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5 Safe marijuana stocks for 2019

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"Safe" and "marijuana stocks" are words you usually don't find in the same sentence, and for good reason. Marijuana stocks are characterized by high risk and volatility. However, not all marijuana stocks are alike and some have considerably less risk than others.

These investments are not guaranteed wins, as no stock meets the absolute safety criteria. But relatively speaking, these marijuana stocks are safer picks than their peers. Here's what you need to know about five of the safest marijuana stocks for 2019.

Overview of the marijuana industry in 2019

Marijuana -- the flower buds and leaves of the cannabis plant -- has been in use for thousands of years. People have used marijuana to get high, thanks to its primary psychoactive ingredient tetrahydrocannabinol (THC). And they've used it for medical purposes, with another key ingredient, cannabidiol (CBD) especially possessing therapeutic benefits. People still get high using marijuana and use it for medical purposes today. Two different segments have emerged in the marijuana industry to serve these two separate purposes.

The more mature legal market is medical marijuana. Thirty-one countries currently allow legal marijuana for medical purposes. Thirty-one U.S. states have also legalized medical marijuana, despite marijuana remaining illegal at the federal level. Some states have also decriminalized personal marijuana use. While legalization allows marijuana to be used without breaking laws, decriminalization only relaxes the criminal penalties associated with violating marijuana laws.   

In addition, the U.S. Food and Drug Administration has approved three cannabinoids -- compounds found in cannabis. The FDA approved synthetic cannabinoids dronabinol and nabilone years ago for the treatment of nausea and vomiting associated with cancer chemotherapy, with dronabinol also receiving approval for treating loss of appetite and weight loss in AIDS patients. More recently, GW Pharmaceuticals won FDA approval for the first plant-based cannabinoid drug, Epidiolex, in treating two rare forms of epilepsy. Each of these prescription drugs is now available on the market in the U.S.

The legalization of recreational marijuana, however, isn't as prevalent. Currently, only two countries have legalized recreational marijuana at the national level: Canada and Uruguay. Mexico could soon follow, though, with its Supreme Court overturning the country's ban against recreational marijuana. In the United States, just 10 states have legalized recreational marijuana. Efforts to revise federal laws to allow states to enforce their own marijuana laws are underway. It's possible that these efforts will succeed in the not-too-distant future.   

Within the marijuana industry (including both medical and recreational segments), there are three broad types of stocks:

  • Marijuana growers
  • Cannabis-focused biotechs
  • Ancillary products and services providers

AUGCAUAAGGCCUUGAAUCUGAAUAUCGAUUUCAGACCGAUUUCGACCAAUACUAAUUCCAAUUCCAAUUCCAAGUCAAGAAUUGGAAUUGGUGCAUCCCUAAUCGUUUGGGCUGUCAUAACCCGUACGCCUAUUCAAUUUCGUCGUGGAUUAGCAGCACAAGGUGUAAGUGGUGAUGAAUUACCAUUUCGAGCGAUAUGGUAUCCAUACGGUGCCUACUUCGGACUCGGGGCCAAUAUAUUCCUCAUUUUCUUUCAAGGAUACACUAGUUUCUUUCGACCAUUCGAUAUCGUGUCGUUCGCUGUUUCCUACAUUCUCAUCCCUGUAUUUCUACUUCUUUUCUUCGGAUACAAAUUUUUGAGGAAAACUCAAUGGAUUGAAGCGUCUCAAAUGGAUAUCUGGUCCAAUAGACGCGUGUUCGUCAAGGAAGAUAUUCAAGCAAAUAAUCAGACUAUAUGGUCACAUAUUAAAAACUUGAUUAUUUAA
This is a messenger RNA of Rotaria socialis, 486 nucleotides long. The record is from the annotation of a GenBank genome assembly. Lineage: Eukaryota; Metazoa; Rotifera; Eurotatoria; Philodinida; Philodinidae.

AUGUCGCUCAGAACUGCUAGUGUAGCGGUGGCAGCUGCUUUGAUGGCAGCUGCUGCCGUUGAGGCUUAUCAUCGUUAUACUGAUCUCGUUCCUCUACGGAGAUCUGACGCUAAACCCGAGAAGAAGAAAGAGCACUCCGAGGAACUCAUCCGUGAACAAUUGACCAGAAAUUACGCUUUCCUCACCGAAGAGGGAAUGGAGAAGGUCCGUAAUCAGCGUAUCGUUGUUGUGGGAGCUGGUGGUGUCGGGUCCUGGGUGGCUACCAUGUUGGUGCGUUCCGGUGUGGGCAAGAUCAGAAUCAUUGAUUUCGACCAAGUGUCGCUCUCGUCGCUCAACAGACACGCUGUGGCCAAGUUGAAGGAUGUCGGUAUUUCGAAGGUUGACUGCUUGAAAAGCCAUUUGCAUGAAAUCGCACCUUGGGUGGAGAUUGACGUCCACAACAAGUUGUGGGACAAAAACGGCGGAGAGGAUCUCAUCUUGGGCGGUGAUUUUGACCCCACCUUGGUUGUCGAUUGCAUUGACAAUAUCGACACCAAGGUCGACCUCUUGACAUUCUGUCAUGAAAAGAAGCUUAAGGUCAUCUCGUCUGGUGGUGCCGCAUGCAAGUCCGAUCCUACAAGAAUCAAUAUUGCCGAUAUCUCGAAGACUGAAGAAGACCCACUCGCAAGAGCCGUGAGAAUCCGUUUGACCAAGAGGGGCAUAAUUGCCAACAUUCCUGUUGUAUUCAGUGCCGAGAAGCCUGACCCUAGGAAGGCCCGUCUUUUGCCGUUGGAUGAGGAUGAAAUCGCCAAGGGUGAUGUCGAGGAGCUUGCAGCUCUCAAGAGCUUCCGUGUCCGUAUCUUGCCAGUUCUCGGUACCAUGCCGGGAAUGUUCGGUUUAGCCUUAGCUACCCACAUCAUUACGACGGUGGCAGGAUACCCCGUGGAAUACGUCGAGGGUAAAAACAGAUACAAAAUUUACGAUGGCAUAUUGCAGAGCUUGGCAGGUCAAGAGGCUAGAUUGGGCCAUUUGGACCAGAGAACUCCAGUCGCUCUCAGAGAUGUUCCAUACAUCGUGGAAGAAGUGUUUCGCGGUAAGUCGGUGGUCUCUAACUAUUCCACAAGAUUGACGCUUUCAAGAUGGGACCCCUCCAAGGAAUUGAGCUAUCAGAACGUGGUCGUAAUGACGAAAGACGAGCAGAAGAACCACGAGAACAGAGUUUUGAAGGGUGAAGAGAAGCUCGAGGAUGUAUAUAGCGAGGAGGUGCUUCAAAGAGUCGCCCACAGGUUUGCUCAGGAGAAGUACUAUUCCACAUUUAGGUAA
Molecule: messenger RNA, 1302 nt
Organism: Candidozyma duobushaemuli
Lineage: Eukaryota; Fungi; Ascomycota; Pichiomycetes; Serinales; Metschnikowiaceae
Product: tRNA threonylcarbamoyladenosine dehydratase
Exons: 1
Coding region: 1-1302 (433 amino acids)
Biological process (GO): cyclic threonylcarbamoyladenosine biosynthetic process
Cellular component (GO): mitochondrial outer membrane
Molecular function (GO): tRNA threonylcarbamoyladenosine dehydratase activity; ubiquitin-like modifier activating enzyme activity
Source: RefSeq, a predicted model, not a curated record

Marijuana growers cultivate cannabis plants, usually in indoor facilities or greenhouses, harvest the crops, and produce cannabis products for distribution to dispensaries or directly to consumers. Cannabis-focused biotechs develop prescription drugs made from cannabinoids. Ancillary products and services providers supply marijuana growers and/or cannabis-focused biotechs with key products and services used in their businesses.

Pot stock volatility in 2018

Nearly every marijuana stock exhibited considerable stock price volatility during 2018. There were several causes for this wild fluctuation, although not every reason applied to every stock.

The U.S. federal government contributed to the volatility of many marijuana stocks. Former U.S. Attorney General Jeff Sessions started off 2018 with a move that threatened the U.S. marijuana industry. Sessions overturned Obama administration policies that largely kept the U.S. Department of Justice from intervening in states that had legalized marijuana. Although the DOJ ultimately didn't prosecute any marijuana businesses, Sessions' action caused a lot of concern for marijuana investors who worried the companies they invested in may be raided and shut down by federal agents.

By April, Sen. Cory Gardner (R-Colo.) had reached a deal with the Trump administration to keep the federal government from enforcing these laws in states where marijuana was legalized, including Gardner's home state. President Trump also signaled his support for legislative efforts to revise federal laws to allow states to make their own decision about marijuana legalization.

Beyond issues caused by federal U.S. laws, certain state markets suffered. California's recreational marijuana market got a sluggish start thanks to excessive taxes and onerous regulations, which created headaches for companies heavily dependent on the state's marijuana market. Many individuals opted to buy marijuana on the illegal black market at cheaper prices than available legally. 

An even bigger focus was placed on Canada. The largest marijuana growers are based in Canada, primarily because the country's medical marijuana market is relatively mature compared to most other countries. As a result, investors paid very close attention to what went on in Canada during 2018 related to the marijuana industry. Anticipation of the Canadian Parliament's votes on the legalization of recreational marijuana kept investors on pins and needles. While most expected passage of the bill, there was some drama along the way that contributed to the volatility for marijuana stocks.